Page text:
Without 161,808 devoted volunteers, the groundbreaking WHI studies conducted at Fred Hutch and around the U.S. would not have happened. These are some of their stories.
Fran Trowbridge, Hormone Study participant
Trowbridge didn’t hesitate to join when the study began in the early 90s. “If this body can help with anything, well, why not? I was curious about hormones, and I wanted to help other women—part of the sisterhood thing,” she said.
She remains in the WHI Extension Study, diligently recording any falls on a calendar.
“I feel a sense of pride when I hear or read about WHI in the news. I say, ‘Hey, I was part of that,” Trowbridge said. “I enjoy the updates about what WHI is learning. I pass them on to other retirees and they’re fascinated, too.”
Olga Lamarche, Dietary Modification and Calcium/Vitamin D participant
When Olga Lamarche joined the WHI Dietary Study, she hoped to lose some weight and learn more about nutrition: “If it hadn’t been for the study, I probably just would have given up on weight loss and said, ‘What the heck—my weight doesn’t really matter. Everybody’s body changes as they grow older.’”
Instead, she attended WHI dietary meetings, gleaning important insights from the knowledgeable nutritionists. Lamarche learned to read nutrition labels on foods, count fat grams, and eat a leaner diet. “WHI encouraged me to live healthy.
Now I know how important it is to be aware of what I’m doing and pay attention to nutrition,” said the 74-year-old, who credits the habits with keeping her in great health as she ages.
After years of running her own travel agency and a second career as a paralegal, Lamarche now works part-time for a weight-loss program, helping spread the message of healthy eating.
“Good nutrition, as well as physical activity, the number of hours you sleep, and your attitude—you have to have an open mind for new things, and I think all of that was enhanced by the Women’s Health Initiative,” she said.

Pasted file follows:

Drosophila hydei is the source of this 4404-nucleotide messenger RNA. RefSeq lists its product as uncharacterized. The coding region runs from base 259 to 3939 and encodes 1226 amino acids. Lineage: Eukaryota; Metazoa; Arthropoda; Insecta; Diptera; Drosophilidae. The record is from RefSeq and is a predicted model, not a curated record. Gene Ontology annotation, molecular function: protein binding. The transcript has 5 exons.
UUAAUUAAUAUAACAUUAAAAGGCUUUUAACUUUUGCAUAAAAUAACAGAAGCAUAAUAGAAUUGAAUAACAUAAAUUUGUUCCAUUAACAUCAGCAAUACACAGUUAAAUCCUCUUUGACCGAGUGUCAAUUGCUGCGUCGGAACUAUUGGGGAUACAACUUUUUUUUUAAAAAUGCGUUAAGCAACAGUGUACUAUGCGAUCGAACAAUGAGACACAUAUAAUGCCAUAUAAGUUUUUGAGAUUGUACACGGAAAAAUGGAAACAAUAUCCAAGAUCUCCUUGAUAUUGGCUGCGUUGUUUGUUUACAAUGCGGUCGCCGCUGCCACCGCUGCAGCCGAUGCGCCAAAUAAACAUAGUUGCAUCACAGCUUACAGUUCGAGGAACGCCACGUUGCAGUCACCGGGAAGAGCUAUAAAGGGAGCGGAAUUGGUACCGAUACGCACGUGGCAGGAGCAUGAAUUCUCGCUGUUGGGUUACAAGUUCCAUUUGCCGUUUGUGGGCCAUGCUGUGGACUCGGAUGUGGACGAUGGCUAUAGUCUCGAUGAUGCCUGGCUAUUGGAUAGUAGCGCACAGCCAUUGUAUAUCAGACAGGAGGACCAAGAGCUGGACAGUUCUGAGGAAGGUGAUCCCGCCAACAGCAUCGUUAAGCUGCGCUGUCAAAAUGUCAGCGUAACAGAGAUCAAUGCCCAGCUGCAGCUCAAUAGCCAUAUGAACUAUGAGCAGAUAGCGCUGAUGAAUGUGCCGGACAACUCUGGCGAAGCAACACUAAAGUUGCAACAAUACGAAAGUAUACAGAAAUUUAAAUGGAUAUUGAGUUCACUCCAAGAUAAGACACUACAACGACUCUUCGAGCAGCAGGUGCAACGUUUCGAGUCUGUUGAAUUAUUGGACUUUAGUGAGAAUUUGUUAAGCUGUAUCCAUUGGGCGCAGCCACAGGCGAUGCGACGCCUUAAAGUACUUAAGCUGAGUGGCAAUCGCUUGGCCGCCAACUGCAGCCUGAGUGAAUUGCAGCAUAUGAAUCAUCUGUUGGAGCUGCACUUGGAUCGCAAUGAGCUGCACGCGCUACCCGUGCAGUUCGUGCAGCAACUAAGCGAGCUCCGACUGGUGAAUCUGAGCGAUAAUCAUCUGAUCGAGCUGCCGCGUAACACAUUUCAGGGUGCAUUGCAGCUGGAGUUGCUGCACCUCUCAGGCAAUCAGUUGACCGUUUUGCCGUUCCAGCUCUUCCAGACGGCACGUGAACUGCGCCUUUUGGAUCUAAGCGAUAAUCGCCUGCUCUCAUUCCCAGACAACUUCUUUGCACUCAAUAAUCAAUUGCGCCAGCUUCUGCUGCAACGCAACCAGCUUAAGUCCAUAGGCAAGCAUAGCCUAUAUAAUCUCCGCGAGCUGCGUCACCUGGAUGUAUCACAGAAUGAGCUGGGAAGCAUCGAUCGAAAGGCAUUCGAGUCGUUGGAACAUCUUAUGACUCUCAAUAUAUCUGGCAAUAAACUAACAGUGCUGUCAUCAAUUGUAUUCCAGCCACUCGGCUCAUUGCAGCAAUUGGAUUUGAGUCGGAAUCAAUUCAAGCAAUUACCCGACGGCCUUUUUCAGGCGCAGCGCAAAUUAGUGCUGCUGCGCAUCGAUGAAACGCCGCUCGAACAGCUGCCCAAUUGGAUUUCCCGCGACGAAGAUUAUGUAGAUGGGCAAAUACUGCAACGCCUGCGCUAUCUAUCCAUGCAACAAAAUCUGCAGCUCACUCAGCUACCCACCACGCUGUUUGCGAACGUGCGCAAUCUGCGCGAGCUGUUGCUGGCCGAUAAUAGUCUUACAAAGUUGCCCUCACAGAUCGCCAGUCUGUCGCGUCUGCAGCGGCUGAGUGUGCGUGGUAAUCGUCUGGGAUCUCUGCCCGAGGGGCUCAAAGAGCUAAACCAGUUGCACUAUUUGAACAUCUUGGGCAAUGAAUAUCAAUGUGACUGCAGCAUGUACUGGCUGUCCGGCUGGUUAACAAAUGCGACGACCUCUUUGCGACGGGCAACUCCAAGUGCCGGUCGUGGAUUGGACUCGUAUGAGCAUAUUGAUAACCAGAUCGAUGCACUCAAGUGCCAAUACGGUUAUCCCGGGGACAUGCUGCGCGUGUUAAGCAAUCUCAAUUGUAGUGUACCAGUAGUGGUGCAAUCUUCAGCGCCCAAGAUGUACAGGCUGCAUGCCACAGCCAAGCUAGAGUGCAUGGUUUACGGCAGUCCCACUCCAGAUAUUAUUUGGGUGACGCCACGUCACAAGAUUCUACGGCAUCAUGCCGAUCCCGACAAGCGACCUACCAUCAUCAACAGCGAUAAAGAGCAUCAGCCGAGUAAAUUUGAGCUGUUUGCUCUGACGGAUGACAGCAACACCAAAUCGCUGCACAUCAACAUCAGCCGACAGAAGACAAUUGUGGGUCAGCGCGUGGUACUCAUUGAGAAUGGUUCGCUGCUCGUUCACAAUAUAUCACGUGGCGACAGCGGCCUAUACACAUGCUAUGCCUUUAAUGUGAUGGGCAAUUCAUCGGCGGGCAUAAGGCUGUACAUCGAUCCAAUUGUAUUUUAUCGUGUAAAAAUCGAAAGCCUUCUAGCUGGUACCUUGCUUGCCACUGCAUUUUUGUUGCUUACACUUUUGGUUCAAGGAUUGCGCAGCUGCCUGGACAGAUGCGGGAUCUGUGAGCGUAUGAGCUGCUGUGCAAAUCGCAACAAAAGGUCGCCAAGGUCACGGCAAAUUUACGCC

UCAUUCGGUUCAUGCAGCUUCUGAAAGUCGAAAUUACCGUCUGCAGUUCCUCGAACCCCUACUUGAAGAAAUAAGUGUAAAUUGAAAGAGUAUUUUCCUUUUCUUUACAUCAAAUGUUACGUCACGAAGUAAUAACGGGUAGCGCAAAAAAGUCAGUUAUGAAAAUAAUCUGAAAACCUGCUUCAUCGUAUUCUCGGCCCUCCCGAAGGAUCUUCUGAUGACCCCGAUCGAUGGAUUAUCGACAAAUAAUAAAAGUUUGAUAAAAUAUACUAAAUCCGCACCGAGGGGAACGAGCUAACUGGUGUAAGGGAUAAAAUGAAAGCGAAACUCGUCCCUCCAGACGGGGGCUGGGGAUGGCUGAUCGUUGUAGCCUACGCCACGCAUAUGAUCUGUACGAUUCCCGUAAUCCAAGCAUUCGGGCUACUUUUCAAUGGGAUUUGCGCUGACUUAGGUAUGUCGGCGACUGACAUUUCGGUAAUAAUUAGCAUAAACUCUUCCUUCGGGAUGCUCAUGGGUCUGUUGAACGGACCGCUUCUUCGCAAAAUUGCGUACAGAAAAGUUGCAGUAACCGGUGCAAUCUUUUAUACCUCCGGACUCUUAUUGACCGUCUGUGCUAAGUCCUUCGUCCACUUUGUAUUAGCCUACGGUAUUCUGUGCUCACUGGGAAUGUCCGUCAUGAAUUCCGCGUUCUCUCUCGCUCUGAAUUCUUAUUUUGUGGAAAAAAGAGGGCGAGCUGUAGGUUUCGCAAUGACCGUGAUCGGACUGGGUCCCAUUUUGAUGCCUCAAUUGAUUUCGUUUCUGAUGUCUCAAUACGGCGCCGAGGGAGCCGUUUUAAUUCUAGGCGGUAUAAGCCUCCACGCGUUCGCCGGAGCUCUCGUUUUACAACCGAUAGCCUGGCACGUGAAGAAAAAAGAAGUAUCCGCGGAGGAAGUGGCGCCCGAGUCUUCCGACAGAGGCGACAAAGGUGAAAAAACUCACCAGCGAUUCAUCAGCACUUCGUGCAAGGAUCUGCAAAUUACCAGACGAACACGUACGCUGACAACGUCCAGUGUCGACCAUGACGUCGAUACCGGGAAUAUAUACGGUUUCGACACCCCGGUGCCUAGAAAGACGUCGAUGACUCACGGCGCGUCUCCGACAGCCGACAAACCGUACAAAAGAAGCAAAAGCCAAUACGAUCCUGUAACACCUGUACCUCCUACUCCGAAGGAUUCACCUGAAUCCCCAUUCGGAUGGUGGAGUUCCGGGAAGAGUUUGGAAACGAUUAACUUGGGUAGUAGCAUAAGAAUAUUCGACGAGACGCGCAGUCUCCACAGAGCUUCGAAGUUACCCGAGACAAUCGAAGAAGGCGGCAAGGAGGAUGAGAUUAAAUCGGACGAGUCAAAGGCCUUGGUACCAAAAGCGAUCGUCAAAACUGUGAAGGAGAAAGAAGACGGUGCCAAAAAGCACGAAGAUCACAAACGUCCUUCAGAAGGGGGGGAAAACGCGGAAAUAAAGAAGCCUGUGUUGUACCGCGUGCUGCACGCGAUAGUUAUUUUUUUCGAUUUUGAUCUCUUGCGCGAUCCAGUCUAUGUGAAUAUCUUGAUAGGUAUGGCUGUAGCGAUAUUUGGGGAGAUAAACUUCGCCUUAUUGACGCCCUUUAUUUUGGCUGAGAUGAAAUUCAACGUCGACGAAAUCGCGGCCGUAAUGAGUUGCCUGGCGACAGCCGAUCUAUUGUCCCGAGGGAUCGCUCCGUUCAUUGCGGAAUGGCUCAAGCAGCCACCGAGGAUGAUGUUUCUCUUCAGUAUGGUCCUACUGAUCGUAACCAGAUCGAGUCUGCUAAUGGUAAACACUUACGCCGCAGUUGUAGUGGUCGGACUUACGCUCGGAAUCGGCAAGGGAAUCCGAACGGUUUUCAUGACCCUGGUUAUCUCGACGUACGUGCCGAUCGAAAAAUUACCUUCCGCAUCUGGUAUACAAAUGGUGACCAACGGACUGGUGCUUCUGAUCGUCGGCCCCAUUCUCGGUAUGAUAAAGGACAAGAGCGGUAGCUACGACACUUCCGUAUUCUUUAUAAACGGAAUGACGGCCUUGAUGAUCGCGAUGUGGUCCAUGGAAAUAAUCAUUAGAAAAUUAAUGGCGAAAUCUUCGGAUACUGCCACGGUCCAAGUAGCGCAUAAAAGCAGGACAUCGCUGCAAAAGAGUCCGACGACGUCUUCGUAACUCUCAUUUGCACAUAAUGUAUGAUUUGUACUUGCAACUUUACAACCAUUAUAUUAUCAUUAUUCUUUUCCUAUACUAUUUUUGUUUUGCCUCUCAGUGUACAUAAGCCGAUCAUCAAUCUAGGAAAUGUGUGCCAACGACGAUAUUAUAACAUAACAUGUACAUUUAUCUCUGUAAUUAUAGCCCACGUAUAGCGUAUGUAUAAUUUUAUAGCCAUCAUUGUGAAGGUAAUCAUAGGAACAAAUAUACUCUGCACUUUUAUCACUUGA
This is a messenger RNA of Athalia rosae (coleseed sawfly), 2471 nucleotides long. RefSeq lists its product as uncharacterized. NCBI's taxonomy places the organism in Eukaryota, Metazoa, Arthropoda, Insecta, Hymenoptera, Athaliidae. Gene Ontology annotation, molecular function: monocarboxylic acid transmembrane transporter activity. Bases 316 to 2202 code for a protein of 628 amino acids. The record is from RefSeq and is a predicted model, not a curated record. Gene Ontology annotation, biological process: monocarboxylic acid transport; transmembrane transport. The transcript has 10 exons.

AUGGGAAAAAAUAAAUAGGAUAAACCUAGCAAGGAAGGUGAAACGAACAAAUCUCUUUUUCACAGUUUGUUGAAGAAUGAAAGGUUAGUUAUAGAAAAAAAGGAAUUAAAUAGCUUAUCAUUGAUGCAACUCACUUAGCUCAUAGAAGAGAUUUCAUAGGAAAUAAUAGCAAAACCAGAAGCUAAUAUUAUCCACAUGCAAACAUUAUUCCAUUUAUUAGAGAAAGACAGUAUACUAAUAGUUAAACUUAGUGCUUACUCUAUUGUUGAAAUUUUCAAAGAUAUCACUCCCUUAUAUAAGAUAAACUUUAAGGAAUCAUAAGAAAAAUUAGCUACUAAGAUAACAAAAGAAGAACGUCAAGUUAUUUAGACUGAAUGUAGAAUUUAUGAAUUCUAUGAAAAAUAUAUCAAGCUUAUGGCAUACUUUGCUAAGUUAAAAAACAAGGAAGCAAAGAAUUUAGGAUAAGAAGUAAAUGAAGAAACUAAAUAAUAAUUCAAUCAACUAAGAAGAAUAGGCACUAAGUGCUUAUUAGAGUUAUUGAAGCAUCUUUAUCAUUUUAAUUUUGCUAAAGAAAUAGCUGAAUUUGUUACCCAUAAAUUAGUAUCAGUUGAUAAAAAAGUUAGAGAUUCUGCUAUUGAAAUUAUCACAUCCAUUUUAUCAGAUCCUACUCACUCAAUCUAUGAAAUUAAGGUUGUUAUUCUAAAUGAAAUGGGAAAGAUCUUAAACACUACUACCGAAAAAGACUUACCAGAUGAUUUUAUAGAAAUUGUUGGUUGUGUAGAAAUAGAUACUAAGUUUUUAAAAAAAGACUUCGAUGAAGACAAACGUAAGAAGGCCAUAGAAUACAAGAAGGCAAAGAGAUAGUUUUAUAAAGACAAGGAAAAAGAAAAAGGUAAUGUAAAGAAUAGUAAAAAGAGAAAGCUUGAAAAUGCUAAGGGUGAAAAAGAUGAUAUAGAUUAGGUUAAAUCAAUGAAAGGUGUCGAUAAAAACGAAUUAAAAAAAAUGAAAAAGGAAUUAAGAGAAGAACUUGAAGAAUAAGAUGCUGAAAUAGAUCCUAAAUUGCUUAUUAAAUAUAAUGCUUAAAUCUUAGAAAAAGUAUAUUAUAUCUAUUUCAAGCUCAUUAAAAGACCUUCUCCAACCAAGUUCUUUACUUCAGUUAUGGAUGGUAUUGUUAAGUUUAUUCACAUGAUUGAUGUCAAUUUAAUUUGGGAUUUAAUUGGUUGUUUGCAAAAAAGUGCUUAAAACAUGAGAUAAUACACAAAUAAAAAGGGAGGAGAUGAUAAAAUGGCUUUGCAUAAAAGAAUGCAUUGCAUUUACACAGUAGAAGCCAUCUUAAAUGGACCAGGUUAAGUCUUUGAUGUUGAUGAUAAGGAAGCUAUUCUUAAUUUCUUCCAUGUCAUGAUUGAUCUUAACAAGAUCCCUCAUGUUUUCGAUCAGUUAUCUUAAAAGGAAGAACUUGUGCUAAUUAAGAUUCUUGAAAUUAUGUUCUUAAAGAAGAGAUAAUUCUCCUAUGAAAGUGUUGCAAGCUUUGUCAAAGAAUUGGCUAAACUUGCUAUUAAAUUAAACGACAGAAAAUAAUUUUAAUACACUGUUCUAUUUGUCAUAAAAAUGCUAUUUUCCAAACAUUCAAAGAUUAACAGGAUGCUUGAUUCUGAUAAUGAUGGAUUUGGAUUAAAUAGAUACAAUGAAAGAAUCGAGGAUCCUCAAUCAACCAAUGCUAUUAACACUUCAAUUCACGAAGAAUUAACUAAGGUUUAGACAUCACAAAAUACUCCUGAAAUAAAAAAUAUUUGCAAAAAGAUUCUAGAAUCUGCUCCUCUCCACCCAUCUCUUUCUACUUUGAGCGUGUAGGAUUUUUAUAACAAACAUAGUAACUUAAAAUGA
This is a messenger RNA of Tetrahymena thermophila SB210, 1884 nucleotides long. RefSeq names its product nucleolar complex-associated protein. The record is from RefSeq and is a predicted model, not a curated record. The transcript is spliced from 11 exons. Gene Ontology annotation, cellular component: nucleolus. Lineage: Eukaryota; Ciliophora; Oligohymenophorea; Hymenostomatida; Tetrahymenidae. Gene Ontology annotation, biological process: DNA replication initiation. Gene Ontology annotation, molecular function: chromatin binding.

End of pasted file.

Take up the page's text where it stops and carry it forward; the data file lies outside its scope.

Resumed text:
Even being in the WHI Extension Study and tracking any falls impacts LaMarche.
“It’s made me a lot more careful, and I’m making a conscious effort to be more aware of the ground in front of me by looking ahead instead of down. I’ve learned to walk better. I don’t want to mar the calendar with a fall,” she said.
Michaela Lobel, Hormone Study participant
During her working years as an administrator at a brain research laboratory in New York City, Michaela Lobel saw firsthand how much scientists depend on volunteers to participate in research studies. So when WHI began recruiting women for its landmark study, Lobel joined thousands in signing up.
“It was the right thing to do,” she said. “It was contributing to something that was important. I was interested in helping to determine if hormone therapy worked against breast cancer. I felt this study would contribute to knowledge about what would help women’s health.”
Lobel, who will turn 90 this spring, moved to Seattle last year to be closer to her daughter and two grandsons. She left behind work as an actress in an intergenerational theater group.
She remains involved in WHI studies, providing data about her daily routine and cognitive function, even wearing an accelerometer, a small monitor worn on the hip that measures her activity and sedentary time. Such research may lead to a better understanding of ways to prevent cancer, heart disease, fractures and falls in older women.
For Lobel, lending a hand to science isn’t a complicated decision: “I’m just interested in doing what I can to help research,” she said.
Juanita Thomas, Dietary Modification and Calcium/Vitamin D participant
As a fourth-generation teacher, Juanita Thomas spent years educating children, providing foundational skills for them to become lifelong learners. So it wasn’t surprising that in her retirement, she was eager to help WHI researchers learn more about women’s health.
“I wanted to know more about me for me and for them,” she said. “I liked the fact that WHI was focusing on women. I did not know until that time that this was the first major study to focus on women only—all of the things we knew came from large studies of men.”
In modifying her diet to adhere to the study’s guidelines, Thomas, 81, made lasting changes that still benefit her today.
“It taught me to read food labels, and I still use some of the low-fat alternatives. It helped me understand that there are many things we can do for ourselves, like adapting a recipe so it works for me,” she said. “The longer I live, the more I realize how the study influenced my health for the better.”
Thomas won a prize in her WHI group for her healthy spinach pie, a dish she still cooks today because “it’s easy and it’s good for us,” delighting family members who are watching their waistlines.
Mindful of the example she’s setting for her six grandchildren and seven great-grandchildren through her study involvement, Thomas hopes more people will participate in studies like WHI.
“What legacy do we leave on this earth? I’ve left something,” she said. “If women hadn’t stepped up, we wouldn’t have the answers we have today.”